Kiwis Count - Service Satisfaction
Overall Public Service Quality Trend
Kiwis Count measures New Zealanders’ satisfaction with 43 commonly used services. The results are used to calculate a Service Quality Score (SQS) for each service and an overall SQS across all services (headline result). In 2017, eleven new services were introduced to the 43 commonly used services, replacing services that have seen reductions in usage.
New Zealanders’ satisfaction with the quality of public services has increased over the past decade. The overall SQS has increased eight points from 68 in 2007 to 76 in 2017. The two percentage point increase for 2016 – 2017 is partly caused by the changes made to the questionnaire for 2017 and partly by strong improvements in two services - Visited a national park” and “Licensed or registered a vehicle”.
Figure 6; Overall Service Quality Score
Private Sector Service Quality
Kiwis Count also asks New Zealanders about their use of, and satisfaction with, seven types of private sector companies (banks or finance companies, insurance companies, credit card companies and electricity or gas companies). These scores are aggregated to give an overall private sector SQS.
Figure 7 shows that since 2007, satisfaction with private sector services has been lower than satisfaction with public services. While satisfaction with public sector services has increased since 2007, satisfaction with private sector services since 2012 has plateaued.
Figure 7 Service Quality Score - Public Sector vs Private Sector
- There does not appear to be a systematic difference in satisfaction across regions for either public sector or private sector services.
- The variation between regions has reduced since 2012 for public sector services, but increased for private sector services.
Figure 8 - Overall Service Quality Score (SQS) by region
- Women report higher satisfaction with most public and private sector services than men. In 2017, the public sector SQS for women was 78, and for men it was 75.
- In 2017, all ethnic groups report high satisfaction with the quality of public services they used. There were similar scores for those of Asian (72) and NZ European (77) ethnicities but lower for Pacific ethnicities (74) and Māori (74).
- Service satisfaction has fluctuated for those of Maori ethnicity, dropping in 2016 but increasing again in 2017, albeit to a lower level than 2015. Those respondents of Asian ethnicity have seen a decline since 2015, falling from 76 in 2015 to 75 in 2016 and 72 in 2017. NZ Europeans have also seen a decline since 2015, dropping from 80% to 75% in 2016 and increasing to 77% in 2017.
- Looking at a direct comparison of NZ Europeans vs non NZ Europeans, the SQS gap has narrowed from a 5 point gap in 2012 to a 3 point gap in 2017. Services appear to be more equitably delivered to all ethnicities.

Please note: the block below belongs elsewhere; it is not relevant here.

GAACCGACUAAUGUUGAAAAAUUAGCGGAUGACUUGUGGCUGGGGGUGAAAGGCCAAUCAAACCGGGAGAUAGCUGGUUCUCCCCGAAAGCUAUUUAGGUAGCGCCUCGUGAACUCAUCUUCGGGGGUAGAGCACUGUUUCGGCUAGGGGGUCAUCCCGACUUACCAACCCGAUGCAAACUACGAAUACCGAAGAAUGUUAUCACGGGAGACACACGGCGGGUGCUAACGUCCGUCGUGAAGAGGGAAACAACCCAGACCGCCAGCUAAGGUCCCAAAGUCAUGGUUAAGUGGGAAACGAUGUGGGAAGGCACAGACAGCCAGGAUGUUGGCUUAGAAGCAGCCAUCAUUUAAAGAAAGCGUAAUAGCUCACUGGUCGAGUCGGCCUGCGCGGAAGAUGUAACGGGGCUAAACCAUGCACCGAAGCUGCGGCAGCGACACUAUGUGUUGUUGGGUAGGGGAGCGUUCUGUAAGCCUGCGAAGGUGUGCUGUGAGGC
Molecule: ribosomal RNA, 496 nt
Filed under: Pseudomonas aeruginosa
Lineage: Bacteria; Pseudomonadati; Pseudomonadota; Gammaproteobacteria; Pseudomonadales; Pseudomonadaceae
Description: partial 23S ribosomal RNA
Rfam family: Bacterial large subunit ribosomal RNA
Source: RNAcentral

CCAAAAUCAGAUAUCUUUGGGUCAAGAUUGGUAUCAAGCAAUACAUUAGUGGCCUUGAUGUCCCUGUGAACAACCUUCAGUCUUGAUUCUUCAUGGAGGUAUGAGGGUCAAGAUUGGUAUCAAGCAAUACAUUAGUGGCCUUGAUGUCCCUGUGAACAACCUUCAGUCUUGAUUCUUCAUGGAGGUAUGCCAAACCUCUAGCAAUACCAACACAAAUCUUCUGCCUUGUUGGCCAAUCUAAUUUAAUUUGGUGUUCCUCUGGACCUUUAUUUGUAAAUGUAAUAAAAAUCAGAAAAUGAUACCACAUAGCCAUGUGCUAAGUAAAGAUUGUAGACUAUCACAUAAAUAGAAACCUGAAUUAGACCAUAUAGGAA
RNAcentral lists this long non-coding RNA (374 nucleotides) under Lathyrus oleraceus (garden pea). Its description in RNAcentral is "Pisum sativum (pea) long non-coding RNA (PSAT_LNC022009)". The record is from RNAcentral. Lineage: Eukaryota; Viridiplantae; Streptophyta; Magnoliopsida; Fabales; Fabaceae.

- Those over 65 years old report higher satisfaction with both public and private sector services than other age groups.
Figure 9 - Overall Service Quality Score (SQS) by demographic cut
- Satisfaction with the quality of public services for those with disabilities (74 in 2017) is lower than for those without disabilities (77 in 2017). In contrast, satisfaction with private sector services for those with disabilities (70 in 2017) is slightly higher than for those without disabilities (68 in 2017).
Household Income and Highest Qualification
- Those respondents earning less than $50,000 had a higher level of satisfaction than those earning more. This disparity has increased since 2016.
- Respondents with no qualifications or only school qualifications had a higher level of satisfaction than those with higher-level qualifications.
Individual Services Quality Trend
Kiwis Count measures New Zealanders’ satisfaction with 43 commonly used public services. In this section, we discuss changes in satisfaction ratings for individual services. The removal and addition of eleven services mean change in 2017 is not measured for these services and the chart consequently reports change for 32 services. The trend over time is important as it highlights whether services are, or are not, continuing to meet or exceed individuals’ expectations. We highlight those changes in the quality of individual services that have been statistically significant since services were first measured and in the latest year.
Since first measured
20 Significantly 0 Significantly
The improvement in New Zealanders satisfaction with the quality of public services over the past decade is reflected in the fact that 20 out of 32 services in the current Kiwis Count survey have had statistically significant increases since they were first measured in 2012 or earlier. The other 11 are in their first year of measurement. Figure 8 shows the level of improvement, since first measured, of all 32 services (significant change since first measured is shown in green). Level of significant improvement since first measured, ranges from +12 for “Applied for or renewed a NZ Passport” to +2 “Visited a public library”. Applied for a rental property bond lodgement, refund or transfer has the largest decrease at -5, but this decline was not statistically significant. The green bars represent those changes that are statistically significant.
Figure 10: Service quality scores for individual services (2017), significant change since first measure
Current performance (2017 results)
There is a wide range in the satisfaction levels across the 43 services. At the top there are six services that have a rating between 85 and 89. This means that the average rating on a five point scale is between four and five.
- Applied for and/or received New Zealand Superannuation (89)
- Used a gold card (89)
- Applied for or renewed NZ passport (88)
- Visited a public museum of art gallery (87)
- Licensed or registered a vehicle (86)
- Visited a public library (85)
At the other end, there are two services with rating 50 or less. This means the average rating is just below three on a five point scale.
- Applied for a resource consent or made a submission on a notified resource consent application (43)
- Made a noise complaint (50)
Figure 11: Service quality scores for individual services (2007-17), significant change since previous year
SQS Statistically Significant changes
Over 2017, five services have improved and two services have declined.